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Following another big rate hike by the Fed last week, inflation showed signs of cooling in October, as prices rose 0.4 percent compared to September and 7.7 percent compared to October 2021. While that’s still higher than anything seen in the past 40 years, it is the lowest reading since January, when prices had climbed 7.5 percent year-over-year. A deceleration in food prices as well as decreases in prices for used cars, apparel and medical services helped keep inflation below expectations, despite a rebound in energy prices after three months of declines.
The less volatile core CPI-U excluding food and energy rose by 0.3 percent in October, half the rate of the previous month. Year-over-year, core inflation came in at 6.3 percent, slightly down from the September reading of 6.6 percent, which had been the highest since August 1982. While Fed Chairman Jerome Powell acknowledged that “a series of down monthly readings” would be “good evidence” of inflation coming down at a press conference last week, Powell warned that he “never thought of that as the appropriate test for slowing the pace of [rate] increases,” which is why today’s reading likely won’t sway him toward a less hawkish stance in the short term.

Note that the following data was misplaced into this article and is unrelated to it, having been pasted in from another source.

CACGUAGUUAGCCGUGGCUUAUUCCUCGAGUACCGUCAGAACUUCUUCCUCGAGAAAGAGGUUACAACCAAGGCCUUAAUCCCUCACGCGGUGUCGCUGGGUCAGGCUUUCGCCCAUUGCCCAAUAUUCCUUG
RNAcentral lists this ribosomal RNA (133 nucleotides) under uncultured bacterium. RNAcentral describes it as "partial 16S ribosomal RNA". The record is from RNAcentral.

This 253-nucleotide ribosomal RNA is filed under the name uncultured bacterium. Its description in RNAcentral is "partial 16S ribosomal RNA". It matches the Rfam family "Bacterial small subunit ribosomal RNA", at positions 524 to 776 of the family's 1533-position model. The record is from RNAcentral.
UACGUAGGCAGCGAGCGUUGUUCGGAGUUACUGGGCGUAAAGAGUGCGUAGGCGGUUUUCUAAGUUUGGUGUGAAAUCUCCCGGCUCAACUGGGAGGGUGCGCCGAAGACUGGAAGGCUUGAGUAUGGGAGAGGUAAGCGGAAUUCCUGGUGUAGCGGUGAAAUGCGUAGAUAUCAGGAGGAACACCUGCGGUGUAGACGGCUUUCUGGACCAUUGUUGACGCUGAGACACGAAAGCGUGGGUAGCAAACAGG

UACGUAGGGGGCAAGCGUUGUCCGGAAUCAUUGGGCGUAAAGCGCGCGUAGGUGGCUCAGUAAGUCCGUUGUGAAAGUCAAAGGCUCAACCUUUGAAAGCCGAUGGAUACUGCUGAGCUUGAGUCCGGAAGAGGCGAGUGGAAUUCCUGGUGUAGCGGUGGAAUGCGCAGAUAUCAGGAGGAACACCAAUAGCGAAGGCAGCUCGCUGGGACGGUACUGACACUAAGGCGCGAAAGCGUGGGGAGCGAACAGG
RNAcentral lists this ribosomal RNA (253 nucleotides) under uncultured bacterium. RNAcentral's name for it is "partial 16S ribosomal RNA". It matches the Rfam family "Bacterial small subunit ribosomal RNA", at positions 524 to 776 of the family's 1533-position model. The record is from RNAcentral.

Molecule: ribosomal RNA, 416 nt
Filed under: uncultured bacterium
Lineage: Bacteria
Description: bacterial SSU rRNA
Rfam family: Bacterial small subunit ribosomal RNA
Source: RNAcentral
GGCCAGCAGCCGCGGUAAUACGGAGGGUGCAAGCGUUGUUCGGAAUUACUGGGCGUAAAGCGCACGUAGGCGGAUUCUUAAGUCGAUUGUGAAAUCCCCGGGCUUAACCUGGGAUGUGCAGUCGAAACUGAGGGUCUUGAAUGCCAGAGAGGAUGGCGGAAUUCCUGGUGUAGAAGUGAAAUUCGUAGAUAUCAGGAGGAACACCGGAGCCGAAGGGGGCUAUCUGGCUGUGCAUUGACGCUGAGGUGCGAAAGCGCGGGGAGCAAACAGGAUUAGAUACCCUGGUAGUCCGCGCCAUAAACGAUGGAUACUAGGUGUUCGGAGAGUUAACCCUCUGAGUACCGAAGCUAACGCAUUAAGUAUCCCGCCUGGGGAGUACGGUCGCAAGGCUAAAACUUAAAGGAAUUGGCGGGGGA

When inflation started spiking in the spring/early summer of 2021, it was largely due to the so-called base effect, reversing the pandemic’s cooling effect on consumer prices a year earlier. At the onset of the pandemic, prices had taken a dive due to a sudden drop in consumer spending and fuel demand before slowly climbing back to their pre-pandemic trajectory over the summer and fall. Due to that initial dip in consumer prices, year-over-year comparisons were always going to be exaggerated for a while, but that is no longer the case.
This chart shows the year-over-year change of the Consumer Price Index for All Urban Consumers in the U.S.
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